Media Literacy Forum

Lola by The Kinks

The song was written by Ray Davies, songwriter and rhythm guitarist for the Kinks. He had gotten the idea for the song from the band’s manager going to a nightclub and having an encounter with a transgender. The song had a bit of a controversy, one being Ray Davies not willing to tell the story of the song, and the other was the use of the word “Coca-Cola” in the song. Because of the use of the word “Coca-Cola”, Ray was forced to change it to “Cherry Cola”.

I have near to no taste in music as the widest variety of music I have heard has been from the radio and from you guys. I had known that sooner or later I would’ve been chosen to do Song of the Day. To be a little prepared for it, I asked a friend of mine from North Carolina, who listens to a lot of Classic and trending music, what he would pick. He said, “Lola, by the Kinks.”

I immediately asked him what it was about, and he told me that I had to listen to it first. After listening to it, I had tried to play it innocent and thought that it was about someone going to a club and meeting a strong woman. However, just from hearing “But I know what I am and I’m glad that I’m a man. And so is Lola” I knew that it had to be something weird, and at the time I thought. He told me the song was about a guy going to a bar and meets a transgender woman. I laughed a bit, after he said that.

This song might’ve been about a real world experience, but it had an obvious ad in it, 1st verse, it used to be “Coca-Cola”. It is rather obvious though, as the Kinks had to rewrite two words in their song. From “Coca-Cola” to “Cherry-Cola”. The Kinks’ song had gotten banned in Australia and England as it was either controversial subject matter or blatantly having “Coca-Cola” in the song. I don’t think it went over well, as I have yet to find the song with Coca Cola used instead of Cherry Cola (I didn't look on YouTube).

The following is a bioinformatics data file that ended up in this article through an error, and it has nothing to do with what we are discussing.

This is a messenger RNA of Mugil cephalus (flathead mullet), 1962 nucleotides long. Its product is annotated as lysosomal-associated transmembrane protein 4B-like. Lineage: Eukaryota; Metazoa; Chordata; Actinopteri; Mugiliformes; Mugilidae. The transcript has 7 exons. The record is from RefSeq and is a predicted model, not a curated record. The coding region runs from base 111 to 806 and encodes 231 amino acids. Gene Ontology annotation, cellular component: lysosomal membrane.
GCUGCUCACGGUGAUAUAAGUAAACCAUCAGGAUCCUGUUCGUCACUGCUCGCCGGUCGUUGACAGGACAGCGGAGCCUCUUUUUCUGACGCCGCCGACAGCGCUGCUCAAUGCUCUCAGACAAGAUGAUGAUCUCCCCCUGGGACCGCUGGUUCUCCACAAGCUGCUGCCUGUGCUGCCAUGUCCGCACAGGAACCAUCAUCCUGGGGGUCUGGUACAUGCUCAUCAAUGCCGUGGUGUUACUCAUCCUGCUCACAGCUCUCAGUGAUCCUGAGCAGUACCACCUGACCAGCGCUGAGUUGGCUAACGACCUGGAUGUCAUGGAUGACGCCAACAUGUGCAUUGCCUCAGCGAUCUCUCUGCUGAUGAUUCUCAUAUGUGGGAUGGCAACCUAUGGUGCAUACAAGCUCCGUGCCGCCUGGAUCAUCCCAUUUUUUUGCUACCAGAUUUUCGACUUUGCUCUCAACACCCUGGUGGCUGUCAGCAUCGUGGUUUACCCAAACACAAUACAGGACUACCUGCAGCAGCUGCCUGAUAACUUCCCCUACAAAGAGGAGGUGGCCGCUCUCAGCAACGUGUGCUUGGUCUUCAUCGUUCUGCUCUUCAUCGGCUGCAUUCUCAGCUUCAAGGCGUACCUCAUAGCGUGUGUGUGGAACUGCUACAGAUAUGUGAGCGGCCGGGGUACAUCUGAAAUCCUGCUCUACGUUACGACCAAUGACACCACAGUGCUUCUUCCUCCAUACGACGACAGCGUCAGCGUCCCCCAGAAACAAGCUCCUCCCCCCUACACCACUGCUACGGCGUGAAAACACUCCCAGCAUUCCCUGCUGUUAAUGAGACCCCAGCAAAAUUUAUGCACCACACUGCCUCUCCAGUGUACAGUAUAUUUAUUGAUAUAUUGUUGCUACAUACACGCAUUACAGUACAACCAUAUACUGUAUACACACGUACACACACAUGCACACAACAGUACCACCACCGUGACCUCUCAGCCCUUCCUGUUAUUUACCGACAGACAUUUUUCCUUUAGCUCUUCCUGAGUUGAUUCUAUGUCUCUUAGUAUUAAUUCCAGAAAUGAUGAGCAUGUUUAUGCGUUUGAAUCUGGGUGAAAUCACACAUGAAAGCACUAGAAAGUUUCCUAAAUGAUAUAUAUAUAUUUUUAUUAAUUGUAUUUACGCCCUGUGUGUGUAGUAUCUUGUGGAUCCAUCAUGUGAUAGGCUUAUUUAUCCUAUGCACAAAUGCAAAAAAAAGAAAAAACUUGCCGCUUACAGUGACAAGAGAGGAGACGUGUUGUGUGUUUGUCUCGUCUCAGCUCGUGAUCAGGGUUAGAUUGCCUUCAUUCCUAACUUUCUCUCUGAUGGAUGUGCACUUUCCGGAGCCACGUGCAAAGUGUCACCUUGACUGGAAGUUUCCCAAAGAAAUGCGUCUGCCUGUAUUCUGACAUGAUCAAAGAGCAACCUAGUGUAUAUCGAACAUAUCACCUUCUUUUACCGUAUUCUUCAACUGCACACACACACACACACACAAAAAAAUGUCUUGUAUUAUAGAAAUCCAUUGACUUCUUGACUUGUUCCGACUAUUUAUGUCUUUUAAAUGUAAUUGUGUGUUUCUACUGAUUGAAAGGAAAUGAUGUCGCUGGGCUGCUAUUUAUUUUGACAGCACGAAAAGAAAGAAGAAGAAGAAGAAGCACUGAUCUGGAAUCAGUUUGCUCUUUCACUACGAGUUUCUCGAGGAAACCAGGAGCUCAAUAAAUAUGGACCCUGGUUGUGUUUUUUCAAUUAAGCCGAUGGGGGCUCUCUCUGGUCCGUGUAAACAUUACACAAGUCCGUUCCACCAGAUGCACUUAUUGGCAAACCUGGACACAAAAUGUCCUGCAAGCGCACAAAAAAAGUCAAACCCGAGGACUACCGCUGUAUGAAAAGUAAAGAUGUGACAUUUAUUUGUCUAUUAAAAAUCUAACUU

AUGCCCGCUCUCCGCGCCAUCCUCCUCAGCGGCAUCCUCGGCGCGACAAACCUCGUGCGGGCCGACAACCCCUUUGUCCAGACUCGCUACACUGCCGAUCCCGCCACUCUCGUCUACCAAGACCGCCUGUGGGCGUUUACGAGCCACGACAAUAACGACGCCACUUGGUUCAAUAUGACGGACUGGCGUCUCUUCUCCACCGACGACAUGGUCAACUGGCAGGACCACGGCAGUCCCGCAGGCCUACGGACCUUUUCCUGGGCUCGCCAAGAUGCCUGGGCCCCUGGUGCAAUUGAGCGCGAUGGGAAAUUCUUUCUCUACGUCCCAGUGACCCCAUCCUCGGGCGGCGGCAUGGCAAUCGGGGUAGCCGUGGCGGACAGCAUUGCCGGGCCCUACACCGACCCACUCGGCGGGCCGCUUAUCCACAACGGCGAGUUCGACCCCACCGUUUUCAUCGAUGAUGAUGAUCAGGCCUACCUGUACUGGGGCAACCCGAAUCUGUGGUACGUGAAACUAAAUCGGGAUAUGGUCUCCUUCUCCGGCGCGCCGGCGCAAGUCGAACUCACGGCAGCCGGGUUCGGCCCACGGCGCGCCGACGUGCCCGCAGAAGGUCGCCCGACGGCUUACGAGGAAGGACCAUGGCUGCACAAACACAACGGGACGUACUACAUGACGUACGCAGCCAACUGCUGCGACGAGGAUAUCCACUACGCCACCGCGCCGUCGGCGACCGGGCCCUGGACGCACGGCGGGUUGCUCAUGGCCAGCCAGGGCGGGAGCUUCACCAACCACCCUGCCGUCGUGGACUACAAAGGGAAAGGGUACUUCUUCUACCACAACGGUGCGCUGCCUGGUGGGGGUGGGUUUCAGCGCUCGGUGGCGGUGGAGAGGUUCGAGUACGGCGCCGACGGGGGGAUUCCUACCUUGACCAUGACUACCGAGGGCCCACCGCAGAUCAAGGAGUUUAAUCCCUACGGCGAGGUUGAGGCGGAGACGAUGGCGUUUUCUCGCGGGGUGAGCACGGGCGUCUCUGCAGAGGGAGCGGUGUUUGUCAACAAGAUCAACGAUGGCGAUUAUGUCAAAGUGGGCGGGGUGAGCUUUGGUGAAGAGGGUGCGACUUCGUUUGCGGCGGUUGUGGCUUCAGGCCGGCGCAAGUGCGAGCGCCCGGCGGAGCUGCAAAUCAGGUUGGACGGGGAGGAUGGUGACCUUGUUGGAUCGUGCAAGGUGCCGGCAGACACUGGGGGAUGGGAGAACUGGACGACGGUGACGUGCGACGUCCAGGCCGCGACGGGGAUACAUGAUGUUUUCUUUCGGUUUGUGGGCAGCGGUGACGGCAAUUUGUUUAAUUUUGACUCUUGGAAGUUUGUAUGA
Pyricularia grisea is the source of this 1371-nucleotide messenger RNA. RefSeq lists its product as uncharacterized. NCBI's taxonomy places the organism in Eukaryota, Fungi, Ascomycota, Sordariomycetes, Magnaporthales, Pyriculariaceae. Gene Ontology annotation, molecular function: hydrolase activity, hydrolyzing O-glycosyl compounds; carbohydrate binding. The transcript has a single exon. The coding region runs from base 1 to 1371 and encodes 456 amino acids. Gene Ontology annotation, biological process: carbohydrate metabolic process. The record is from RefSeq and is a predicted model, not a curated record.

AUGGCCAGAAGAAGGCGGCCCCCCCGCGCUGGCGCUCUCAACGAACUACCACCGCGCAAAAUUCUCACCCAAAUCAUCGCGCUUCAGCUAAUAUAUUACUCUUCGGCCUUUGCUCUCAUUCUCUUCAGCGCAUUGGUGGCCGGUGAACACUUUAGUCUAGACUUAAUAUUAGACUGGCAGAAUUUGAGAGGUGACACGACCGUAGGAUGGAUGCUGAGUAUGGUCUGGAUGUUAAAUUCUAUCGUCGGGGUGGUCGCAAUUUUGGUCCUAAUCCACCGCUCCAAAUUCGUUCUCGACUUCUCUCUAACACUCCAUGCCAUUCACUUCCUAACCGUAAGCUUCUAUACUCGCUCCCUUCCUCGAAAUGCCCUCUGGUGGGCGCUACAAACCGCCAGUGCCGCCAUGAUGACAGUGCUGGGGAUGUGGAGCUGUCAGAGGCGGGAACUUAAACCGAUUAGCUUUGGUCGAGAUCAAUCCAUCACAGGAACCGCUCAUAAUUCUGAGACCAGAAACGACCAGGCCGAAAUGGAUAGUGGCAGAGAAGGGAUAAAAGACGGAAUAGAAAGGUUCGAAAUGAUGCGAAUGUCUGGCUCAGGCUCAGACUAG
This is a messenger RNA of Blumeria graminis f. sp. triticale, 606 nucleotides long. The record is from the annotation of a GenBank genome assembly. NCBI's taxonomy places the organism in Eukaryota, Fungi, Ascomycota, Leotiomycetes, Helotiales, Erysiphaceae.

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Replies

  • I haven't heard this song in years. My dad would listen to it, and upon hearing it, so many memories were brought back. I never really looked at the lyrics or went in to a deeper meaning behind them, but after today I realize the meaning behind them. This song brings awareness to accepting others and your own sexuality, without being judged. "I pushed her away I walked to the door. I fell to the floor. I got down on my knees. I looked at her and she at me." I think this part is about how the guy is scared and unsure if this is what he really wants, but when he's leaving, he realizes he doesn't care what people say, if Lola makes him happy, they're going to be together. It talks about relationship roles, and how they're okay if they're reversed, you dont have to be normal to be happy.
  • I've known about this song for quite some time and I had a pretty good sense of what it was about. As talked about in our class discussion, the whole "transgender" idea was greatly frowned upon in the 70's and 80's, and with many musicians such as Lou Reed, David Bowie and Freddie Mercury, the movement to make this an accepted role in our society has been pretty controversial. With songs like these, it shows how much impact just a song can have on the general public. Overall, great song and a great band.
  • This is honestly one of the weirdest songs that I've ever listened to. I started figuring out that Lola was a guy pretty early because of all of the little hints that were in the lyrics. The strongest lyric that told me that Lola was a guy was, "Well I'm not the world's most masculine man, but I know what I am and I'm glad I'm a man, and so is Lola." This was a very interesting song choice and it was a good song to annotate.
  • I think you had a good choice of song because nobody else had a topic like this for a song. This also got a lot of to think like "what the heck is this song saying" and I think that's really cool. It was good to change the style in music and what the meaning was behind the words.. The song was different, but it was a good choice for these reasons
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